I see what you mean - but in the book - the original dialogue form the head of ship procurement detailed that many of the early "turbine" boats relied on smaller counter rotating turbines or some smaller piston engines to drive reverse direction and that the poor speed at which they could achieve reverse also enhanced their poor reverse -steering . So the effort to try to use a bow rudder just for use in those situations. Those coal-loving turbines caused a lot of excitement and consternation to the designers.

At least that is what the dialogue Mr Lyons notes. Undoubtedly it was time of experimentation and I bety more than a couple tried to see if they would enhance forward steering also..

The reading( Of the First Destroyers) is proving more interesting than I thought it would be and shows that there were so many miss-steps with these small ships. Especially ion sea-worthiness ( or lack there of ) vibration and actual lack of use in the torpedoes.

cheers

greg
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Colin Bishop

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Re: 1:36 Pointy thing
« Reply #54 on: September 22, 2010, 09:37:08 AM »

Using a bow rudder while going ahead at anything other than the very slowest pace would have put an enormous strain on the mechanism.

Colin
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tonyH

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Re: 1:36 Pointy thing
« Reply #55 on: September 22, 2010, 10:35:40 AM »

Aye, especially since, or so it seems, steering engines were yet to become common and it was all done with rods and cogs. That's why Arquebuse and her sisters tried the rudder before the props - to reduce the stress. At least further back in time they had the option of relieving tackles to the rudder.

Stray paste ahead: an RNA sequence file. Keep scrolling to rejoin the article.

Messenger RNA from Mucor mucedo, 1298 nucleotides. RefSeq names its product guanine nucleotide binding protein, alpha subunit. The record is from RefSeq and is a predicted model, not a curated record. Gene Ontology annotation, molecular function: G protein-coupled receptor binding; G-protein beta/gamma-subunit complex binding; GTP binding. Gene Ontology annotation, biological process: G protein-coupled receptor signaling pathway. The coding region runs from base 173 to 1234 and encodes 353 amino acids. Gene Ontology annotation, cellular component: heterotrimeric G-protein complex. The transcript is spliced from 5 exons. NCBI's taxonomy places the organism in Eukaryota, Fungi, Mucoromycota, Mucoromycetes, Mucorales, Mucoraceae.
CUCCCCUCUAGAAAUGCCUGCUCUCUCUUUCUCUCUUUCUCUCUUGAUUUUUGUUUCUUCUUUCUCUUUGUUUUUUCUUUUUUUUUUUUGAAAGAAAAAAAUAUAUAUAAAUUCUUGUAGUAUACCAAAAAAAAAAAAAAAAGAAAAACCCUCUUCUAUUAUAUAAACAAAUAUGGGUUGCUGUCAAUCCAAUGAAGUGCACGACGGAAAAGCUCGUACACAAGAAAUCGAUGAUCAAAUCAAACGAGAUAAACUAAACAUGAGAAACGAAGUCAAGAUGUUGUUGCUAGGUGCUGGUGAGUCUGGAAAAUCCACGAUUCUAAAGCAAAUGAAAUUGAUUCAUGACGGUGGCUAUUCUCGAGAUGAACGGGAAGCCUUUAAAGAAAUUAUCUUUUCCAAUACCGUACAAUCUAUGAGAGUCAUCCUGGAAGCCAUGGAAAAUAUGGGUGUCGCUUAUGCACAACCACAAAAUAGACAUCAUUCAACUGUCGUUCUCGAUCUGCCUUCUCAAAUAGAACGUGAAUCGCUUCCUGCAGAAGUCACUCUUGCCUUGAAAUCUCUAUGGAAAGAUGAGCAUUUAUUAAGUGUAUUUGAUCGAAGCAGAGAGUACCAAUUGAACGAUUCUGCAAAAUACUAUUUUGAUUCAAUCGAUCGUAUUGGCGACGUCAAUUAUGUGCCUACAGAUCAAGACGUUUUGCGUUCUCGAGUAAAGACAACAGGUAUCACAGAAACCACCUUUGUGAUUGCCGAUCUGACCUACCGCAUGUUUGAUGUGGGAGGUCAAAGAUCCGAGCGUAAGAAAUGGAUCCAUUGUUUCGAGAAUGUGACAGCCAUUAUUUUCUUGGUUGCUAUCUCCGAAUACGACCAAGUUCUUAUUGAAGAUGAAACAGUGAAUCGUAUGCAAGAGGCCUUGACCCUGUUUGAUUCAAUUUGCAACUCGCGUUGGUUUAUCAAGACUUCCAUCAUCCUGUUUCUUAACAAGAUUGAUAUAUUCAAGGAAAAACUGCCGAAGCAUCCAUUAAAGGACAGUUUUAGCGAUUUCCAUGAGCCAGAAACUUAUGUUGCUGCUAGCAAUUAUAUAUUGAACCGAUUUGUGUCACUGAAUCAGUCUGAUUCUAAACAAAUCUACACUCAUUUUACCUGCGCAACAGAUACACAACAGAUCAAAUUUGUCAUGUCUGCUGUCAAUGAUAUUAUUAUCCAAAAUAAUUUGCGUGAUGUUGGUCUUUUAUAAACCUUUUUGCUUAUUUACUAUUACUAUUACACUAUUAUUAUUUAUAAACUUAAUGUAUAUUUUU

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mogogear

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Re: 1:36 Pointy thing
« Reply #56 on: September 23, 2010, 07:25:41 AM »

Colin

That was logic I arrived at after my first post..and then went back and read that they were only deployed( cranked down into place) for reversing maneuvers  only.. I knew I had posted too quickly and not read the words in front of me.

Tony
The Turbinia also had a an odd rudder placement- off the center line and just before the last set of propellers( and aft of the first two sets ) I wonder if she suffered form a wide arc for coming about??
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Jimmy James

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Re: 1:36 Pointy thing
« Reply #57 on: September 23, 2010, 09:03:27 PM »

Tony
 I've had some experance (IN the 60's) with bow rudders ...they work ok when going astern but you dare not go ahead at more then 2 or 3 knots with out the locking pins in or the rudder will override the steering motors and jam hard over ---Putting the locking pins in (They are solid steel 6" in Dia and about 5 feet long ) Is a real pain in the back side... you are working in a tiny room (About the size of a wardrobe) 2 decks down the forepeak trying to line up the rudder by hand and drop 2 huge pins into the sockets with the Old man screaming that he's got to come ahead or he'll run us up the beach and why the hell are we doing taking so long . [[British Rail Ferrys out of Harwich]]
Jimmy
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rathikrishna

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Re: 1:36 Pointy thing
« Reply #58 on: October 11, 2010, 02:16:05 PM »

its..greaaaaaaaaaaaaaaaaatttttttt......unbelievable...